1. Surgical treatment
The most common treatment for cholestasis is a biliary bypass, which creates a new pathway for bile to reach the intestines. This procedure is performed by making an incision in the patient’s abdomen and connecting the bile ducts to the intestines, bypassing the obstruction. Another surgical option is a cholecystostomy, which removes the gallbladder and the obstruction in the bile ducts. This procedure is typically used for an infection or tumor in the gallbladder.
A laparoscopic cholecystectomy may be performed if the patient is not a candidate for a biliary bypass or a standard cholecystostomy. This operation involves the insertion of a small camera and instruments into the abdomen, allowing the surgeon to view and remove the gallbladder.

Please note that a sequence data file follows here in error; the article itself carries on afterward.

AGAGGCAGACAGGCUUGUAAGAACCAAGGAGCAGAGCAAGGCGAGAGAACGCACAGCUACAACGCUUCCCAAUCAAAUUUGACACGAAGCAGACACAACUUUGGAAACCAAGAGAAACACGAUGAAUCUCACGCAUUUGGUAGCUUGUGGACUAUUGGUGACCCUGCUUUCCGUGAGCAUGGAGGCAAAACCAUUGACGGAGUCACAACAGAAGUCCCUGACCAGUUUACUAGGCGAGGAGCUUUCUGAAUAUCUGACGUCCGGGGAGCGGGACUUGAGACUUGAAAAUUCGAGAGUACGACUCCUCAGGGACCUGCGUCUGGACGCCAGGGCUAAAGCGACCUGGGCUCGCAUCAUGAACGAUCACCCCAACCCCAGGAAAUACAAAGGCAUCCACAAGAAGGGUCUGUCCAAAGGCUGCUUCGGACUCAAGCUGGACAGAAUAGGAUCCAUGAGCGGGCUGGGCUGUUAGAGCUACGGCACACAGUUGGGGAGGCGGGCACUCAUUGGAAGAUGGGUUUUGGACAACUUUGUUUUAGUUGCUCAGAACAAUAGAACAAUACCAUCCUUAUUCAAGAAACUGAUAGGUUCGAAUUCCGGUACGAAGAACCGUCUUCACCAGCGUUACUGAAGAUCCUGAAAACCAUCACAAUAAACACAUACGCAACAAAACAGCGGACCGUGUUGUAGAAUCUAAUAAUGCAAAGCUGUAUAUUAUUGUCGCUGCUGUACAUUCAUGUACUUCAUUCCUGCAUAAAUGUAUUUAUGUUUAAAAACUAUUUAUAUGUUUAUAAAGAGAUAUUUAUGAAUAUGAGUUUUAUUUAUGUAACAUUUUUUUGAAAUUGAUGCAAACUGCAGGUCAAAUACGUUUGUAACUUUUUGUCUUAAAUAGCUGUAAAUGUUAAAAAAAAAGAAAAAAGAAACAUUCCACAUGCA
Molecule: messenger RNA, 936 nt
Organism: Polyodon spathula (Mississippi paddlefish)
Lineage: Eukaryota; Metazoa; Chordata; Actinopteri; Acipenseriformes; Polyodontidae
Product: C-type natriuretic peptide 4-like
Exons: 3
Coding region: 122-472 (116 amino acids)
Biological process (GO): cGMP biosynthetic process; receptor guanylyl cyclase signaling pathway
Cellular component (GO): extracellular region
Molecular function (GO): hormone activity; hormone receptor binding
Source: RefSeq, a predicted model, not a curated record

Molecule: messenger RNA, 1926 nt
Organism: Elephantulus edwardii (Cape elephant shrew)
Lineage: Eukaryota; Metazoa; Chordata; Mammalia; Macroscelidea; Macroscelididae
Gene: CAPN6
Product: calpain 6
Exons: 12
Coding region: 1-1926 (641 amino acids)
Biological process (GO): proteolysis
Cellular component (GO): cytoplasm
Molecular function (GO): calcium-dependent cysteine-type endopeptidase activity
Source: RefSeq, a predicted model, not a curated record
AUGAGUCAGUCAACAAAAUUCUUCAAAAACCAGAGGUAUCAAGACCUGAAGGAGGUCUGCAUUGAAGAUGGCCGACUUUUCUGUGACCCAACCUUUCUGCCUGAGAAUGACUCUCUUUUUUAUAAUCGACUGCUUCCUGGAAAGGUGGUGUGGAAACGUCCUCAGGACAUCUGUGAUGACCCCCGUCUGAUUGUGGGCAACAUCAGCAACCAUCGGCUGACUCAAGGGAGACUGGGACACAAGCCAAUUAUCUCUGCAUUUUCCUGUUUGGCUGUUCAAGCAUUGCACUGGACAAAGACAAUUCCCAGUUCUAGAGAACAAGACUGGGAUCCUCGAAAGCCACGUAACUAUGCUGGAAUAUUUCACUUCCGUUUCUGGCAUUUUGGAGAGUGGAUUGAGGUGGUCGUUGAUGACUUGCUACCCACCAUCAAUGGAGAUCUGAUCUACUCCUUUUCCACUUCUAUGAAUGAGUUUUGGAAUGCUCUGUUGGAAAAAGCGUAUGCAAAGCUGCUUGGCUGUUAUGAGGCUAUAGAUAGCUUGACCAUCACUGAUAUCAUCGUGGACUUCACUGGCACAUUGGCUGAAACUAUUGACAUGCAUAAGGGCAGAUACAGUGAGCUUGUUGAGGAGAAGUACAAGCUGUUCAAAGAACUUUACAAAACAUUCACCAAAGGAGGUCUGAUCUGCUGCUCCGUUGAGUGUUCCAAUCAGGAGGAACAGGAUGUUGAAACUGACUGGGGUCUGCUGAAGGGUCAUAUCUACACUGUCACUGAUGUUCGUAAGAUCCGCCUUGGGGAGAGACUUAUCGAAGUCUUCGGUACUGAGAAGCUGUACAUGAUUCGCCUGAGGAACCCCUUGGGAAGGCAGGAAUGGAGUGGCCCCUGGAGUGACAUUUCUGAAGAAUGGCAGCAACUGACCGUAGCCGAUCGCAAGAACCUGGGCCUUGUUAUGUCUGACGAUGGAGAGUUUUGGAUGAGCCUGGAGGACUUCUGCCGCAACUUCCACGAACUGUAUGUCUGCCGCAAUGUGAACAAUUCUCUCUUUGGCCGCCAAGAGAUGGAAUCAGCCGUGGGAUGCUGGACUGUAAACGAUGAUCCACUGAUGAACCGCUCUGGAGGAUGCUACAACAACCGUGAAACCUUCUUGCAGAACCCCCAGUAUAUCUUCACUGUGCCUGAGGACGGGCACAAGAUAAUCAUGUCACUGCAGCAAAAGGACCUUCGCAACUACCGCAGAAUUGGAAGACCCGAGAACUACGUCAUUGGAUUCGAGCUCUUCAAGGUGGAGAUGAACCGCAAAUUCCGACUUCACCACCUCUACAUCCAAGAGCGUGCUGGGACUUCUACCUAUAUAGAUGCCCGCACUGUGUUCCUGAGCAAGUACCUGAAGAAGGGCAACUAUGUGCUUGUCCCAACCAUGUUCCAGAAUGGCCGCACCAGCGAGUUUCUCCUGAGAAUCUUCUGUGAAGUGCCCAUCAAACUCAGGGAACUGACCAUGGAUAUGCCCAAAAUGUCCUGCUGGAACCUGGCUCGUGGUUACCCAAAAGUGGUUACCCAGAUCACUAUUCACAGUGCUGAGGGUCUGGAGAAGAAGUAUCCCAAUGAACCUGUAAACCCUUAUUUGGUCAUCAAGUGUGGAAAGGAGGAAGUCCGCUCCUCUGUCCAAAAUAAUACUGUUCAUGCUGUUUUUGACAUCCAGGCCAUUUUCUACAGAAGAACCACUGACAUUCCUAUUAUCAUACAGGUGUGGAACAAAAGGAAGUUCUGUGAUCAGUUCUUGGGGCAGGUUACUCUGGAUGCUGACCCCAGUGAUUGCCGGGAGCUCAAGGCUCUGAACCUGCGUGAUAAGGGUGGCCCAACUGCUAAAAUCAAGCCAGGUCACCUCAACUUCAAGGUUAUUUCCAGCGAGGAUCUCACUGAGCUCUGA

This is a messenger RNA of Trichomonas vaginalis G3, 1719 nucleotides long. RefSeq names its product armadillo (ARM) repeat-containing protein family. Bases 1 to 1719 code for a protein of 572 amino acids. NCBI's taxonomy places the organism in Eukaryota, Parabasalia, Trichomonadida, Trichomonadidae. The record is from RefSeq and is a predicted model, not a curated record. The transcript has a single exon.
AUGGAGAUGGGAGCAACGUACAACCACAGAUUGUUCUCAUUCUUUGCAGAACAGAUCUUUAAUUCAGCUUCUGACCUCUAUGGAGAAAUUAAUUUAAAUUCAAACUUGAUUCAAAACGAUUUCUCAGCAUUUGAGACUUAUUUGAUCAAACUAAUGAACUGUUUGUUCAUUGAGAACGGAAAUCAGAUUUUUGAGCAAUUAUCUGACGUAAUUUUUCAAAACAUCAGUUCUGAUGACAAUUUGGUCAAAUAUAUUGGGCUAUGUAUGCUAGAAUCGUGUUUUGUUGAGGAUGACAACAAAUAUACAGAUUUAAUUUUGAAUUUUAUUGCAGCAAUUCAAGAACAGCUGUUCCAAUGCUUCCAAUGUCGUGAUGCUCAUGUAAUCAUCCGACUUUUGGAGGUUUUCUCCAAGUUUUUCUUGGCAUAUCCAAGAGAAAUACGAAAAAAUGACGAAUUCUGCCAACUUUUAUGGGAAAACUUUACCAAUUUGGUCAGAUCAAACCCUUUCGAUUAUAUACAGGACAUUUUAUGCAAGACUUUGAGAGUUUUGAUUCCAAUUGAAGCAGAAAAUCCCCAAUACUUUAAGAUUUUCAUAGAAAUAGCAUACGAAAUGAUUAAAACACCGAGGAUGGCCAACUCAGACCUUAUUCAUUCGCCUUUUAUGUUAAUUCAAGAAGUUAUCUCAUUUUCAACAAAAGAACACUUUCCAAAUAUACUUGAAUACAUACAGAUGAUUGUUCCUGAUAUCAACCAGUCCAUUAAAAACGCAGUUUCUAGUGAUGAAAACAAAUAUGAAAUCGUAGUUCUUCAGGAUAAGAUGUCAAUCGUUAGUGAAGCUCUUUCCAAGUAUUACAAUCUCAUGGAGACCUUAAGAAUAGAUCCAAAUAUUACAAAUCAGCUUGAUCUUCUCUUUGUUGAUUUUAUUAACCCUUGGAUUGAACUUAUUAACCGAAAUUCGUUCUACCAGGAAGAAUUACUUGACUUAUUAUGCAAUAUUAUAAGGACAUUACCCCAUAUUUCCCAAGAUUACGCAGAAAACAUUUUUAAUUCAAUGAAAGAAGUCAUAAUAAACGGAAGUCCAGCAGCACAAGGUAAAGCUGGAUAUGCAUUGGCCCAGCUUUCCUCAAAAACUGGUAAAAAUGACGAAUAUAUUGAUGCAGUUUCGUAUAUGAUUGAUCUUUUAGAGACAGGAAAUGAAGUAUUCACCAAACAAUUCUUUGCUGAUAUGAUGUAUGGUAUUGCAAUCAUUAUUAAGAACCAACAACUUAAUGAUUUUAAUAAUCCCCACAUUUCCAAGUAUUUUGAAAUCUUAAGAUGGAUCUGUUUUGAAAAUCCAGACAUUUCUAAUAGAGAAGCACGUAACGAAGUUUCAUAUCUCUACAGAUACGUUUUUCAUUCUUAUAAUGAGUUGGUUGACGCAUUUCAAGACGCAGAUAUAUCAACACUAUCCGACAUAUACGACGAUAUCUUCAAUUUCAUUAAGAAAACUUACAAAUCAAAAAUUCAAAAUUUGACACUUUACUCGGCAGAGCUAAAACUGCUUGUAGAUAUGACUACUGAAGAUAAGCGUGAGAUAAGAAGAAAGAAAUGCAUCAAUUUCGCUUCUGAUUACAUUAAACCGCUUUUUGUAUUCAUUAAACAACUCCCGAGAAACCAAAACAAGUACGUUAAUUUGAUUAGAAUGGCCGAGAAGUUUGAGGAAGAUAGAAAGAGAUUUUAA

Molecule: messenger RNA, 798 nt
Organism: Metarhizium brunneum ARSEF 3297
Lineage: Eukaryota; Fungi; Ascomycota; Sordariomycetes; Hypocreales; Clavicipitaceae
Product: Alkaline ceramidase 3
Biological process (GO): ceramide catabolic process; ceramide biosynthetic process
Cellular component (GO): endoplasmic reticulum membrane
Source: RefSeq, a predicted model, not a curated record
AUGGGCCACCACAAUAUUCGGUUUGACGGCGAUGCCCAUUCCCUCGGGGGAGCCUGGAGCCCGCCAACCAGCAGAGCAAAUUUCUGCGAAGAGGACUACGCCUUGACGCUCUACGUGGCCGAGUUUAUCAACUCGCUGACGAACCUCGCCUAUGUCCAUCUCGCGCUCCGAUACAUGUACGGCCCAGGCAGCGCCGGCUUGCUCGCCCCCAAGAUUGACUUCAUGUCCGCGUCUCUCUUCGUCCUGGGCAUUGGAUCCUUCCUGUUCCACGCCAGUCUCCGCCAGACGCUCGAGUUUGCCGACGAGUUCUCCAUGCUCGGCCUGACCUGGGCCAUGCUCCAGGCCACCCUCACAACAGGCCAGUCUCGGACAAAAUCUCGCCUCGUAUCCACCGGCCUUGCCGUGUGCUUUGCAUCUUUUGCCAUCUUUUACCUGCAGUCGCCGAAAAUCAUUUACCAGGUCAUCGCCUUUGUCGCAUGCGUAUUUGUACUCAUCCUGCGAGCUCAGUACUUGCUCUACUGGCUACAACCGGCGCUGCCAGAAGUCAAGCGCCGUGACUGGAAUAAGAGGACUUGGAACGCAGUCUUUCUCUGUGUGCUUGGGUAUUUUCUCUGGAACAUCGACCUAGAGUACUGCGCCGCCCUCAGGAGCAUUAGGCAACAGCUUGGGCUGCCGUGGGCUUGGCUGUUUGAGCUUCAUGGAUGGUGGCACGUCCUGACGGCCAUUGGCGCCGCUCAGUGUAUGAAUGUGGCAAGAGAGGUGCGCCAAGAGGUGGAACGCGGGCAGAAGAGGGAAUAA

Finally, a liver transplant may be necessary if there is irreparable liver damage caused by cholestasis. This procedure involves removing the diseased liver and replacing it with a healthy liver from a donor. In all cases, a multidisciplinary team of medical professionals is involved in diagnosing and treating cholestasis to ensure the best possible outcome for the patient.